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An Ostensible Owner has all the features necessary features of ownership except that he is not the real owner. On close observation, one can find out that even thought the person owns the property on record and has its possession, he never intended to own the property.
- A Benamidar is an ostensible owner. If a person purchases a property from the benamidar, the real owner cannot recover, provided other conditions are are fulfilled.
- Guardian of a minor cannot be considered as Ostensible Owner of the minor's property because the minor cannot give consent.
- Manager of a Hindu family cannot be considered an Ostensible Owner.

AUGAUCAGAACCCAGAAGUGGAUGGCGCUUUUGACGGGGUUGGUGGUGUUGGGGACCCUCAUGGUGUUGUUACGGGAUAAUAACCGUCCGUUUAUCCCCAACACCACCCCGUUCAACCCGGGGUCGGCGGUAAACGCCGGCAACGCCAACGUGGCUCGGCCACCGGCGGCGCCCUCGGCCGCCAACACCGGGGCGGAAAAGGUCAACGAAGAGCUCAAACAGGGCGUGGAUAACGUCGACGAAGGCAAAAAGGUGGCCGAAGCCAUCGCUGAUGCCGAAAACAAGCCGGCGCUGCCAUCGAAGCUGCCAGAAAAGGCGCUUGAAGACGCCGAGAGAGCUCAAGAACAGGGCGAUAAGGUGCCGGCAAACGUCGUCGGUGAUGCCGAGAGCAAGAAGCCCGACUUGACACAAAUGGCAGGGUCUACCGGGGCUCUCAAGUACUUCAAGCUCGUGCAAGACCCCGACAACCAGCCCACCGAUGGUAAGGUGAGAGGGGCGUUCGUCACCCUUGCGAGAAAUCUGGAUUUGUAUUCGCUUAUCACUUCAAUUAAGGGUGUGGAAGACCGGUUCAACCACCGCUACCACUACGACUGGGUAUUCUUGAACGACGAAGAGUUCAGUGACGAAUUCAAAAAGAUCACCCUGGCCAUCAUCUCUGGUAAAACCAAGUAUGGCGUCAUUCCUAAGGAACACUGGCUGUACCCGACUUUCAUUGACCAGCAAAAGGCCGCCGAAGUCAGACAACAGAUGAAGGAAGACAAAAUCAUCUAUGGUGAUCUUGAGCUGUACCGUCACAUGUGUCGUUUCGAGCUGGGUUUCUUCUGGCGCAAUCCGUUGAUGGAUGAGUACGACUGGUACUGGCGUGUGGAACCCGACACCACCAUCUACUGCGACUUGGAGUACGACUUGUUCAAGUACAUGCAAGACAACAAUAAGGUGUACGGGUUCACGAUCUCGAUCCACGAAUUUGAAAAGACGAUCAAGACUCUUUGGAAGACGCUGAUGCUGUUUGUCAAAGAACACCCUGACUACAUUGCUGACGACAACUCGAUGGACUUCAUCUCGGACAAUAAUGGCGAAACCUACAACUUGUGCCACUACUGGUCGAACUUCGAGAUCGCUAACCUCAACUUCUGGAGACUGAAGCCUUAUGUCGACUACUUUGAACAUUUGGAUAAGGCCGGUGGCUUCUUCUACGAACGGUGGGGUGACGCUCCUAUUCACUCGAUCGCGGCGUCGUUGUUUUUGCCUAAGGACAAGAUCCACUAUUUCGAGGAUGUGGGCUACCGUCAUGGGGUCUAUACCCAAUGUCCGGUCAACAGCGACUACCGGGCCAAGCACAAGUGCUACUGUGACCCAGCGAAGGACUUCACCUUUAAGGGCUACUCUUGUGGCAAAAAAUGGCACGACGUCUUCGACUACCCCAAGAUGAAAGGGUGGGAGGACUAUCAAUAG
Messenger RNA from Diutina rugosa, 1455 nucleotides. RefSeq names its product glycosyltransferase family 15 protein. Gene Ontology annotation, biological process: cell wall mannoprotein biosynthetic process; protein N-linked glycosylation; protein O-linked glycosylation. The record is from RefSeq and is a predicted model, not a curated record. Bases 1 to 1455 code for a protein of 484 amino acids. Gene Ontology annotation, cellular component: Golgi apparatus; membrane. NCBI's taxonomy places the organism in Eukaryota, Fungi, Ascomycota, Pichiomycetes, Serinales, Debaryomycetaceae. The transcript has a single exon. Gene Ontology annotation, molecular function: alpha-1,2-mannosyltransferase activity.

- A Mahant is not an ostensible owner of the Math property.
- A person cannot become an ostensible owner when the real owner has entrusted or has gikven temporarily given dominion over his property.
Features of Ostensible Ownership
- Consent of true owner
- Reasonable care
- Good faith
- A Benami transfer is not a sham transaction
- Protection of bona fide purchase of the disputed land
Related Cases / Recent Cases / Case Law
- Union of India v Mokesh Builders & Finance, AIR (1997) SC 409: Javadayal Poddar v Bibi Hazra, AIR (1974) SC 171: Dealt with the topic of Test of Ownership and that of Ostensible Owner
- What is the source of purchase money
- Motive behind giving benami color
- Possession of the property as to who is enjoying the benifits
- Section 41 of Transfer of Property Act, 1882: Transfer by ostensible owner